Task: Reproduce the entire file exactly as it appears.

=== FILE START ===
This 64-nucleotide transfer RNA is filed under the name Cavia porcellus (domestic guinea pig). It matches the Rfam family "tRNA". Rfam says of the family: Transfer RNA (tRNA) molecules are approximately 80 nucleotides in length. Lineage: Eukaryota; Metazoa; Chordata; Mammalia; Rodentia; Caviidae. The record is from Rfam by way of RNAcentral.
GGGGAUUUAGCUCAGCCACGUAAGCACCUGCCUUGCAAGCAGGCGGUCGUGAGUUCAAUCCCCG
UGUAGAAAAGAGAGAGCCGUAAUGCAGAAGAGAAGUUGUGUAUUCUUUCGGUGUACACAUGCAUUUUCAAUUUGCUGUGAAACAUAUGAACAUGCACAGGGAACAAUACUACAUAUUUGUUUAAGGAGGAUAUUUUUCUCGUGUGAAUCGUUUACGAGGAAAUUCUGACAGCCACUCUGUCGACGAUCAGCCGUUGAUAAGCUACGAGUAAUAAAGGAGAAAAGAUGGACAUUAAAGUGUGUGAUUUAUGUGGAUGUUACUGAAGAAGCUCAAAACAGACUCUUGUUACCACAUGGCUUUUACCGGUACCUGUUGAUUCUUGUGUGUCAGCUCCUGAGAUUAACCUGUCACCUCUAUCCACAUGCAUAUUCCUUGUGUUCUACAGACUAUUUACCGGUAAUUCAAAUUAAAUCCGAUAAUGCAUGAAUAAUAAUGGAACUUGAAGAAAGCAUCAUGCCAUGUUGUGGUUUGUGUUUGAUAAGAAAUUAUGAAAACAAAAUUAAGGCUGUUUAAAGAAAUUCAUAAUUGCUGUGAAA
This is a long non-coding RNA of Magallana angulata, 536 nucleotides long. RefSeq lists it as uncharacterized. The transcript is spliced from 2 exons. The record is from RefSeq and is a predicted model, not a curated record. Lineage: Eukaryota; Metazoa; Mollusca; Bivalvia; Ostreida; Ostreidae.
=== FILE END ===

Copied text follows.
This 64-nucleotide transfer RNA is filed under the name Cavia porcellus (domestic guinea pig). It matches the Rfam family "tRNA". Rfam says of the family: Transfer RNA (tRNA) molecules are approximately 80 nucleotides in length. Lineage: Eukaryota; Metazoa; Chordata; Mammalia; Rodentia; Caviidae. The record is from Rfam by way of RNAcentral.
GGGGAUUUAGCUCAGCCACGUAAGCACCUGCCUUGCAAGCAGGCGGUCGUGAGUUCAAUCCCCG
UGUAGAAAAGAGAGAGCCGUAAUGCAGAAGAGAAGUUGUGUAUUCUUUCGGUGUACACAUGCAUUUUCAAUUUGCUGUGAAACAUAUGAACAUGCACAGGGAACAAUACUACAUAUUUGUUUAAGGAGGAUAUUUUUCUCGUGUGAAUCGUUUACGAGGAAAUUCUGACAGCCACUCUGUCGACGAUCAGCCGUUGAUAAGCUACGAGUAAUAAAGGAGAAAAGAUGGACAUUAAAGUGUGUGAUUUAUGUGGAUGUUACUGAAGAAGCUCAAAACAGACUCUUGUUACCACAUGGCUUUUACCGGUACCUGUUGAUUCUUGUGUGUCAGCUCCUGAGAUUAACCUGUCACCUCUAUCCACAUGCAUAUUCCUUGUGUUCUACAGACUAUUUACCGGUAAUUCAAAUUAAAUCCGAUAAUGCAUGAAUAAUAAUGGAACUUGAAGAAAGCAUCAUGCCAUGUUGUGGUUUGUGUUUGAUAAGAAAUUAUGAAAACAAAAUUAAGGCUGUUUAAAGAAAUUCAUAAUUGCUGUGAAA
This is a long non-coding RNA of Magallana angulata, 536 nucleotides long. RefSeq lists it as uncharacterized. The transcript is spliced from 2 exons. The record is from RefSeq and is a predicted model, not a curated record. Lineage: Eukaryota; Metazoa; Mollusca; Bivalvia; Ostreida; Ostreidae.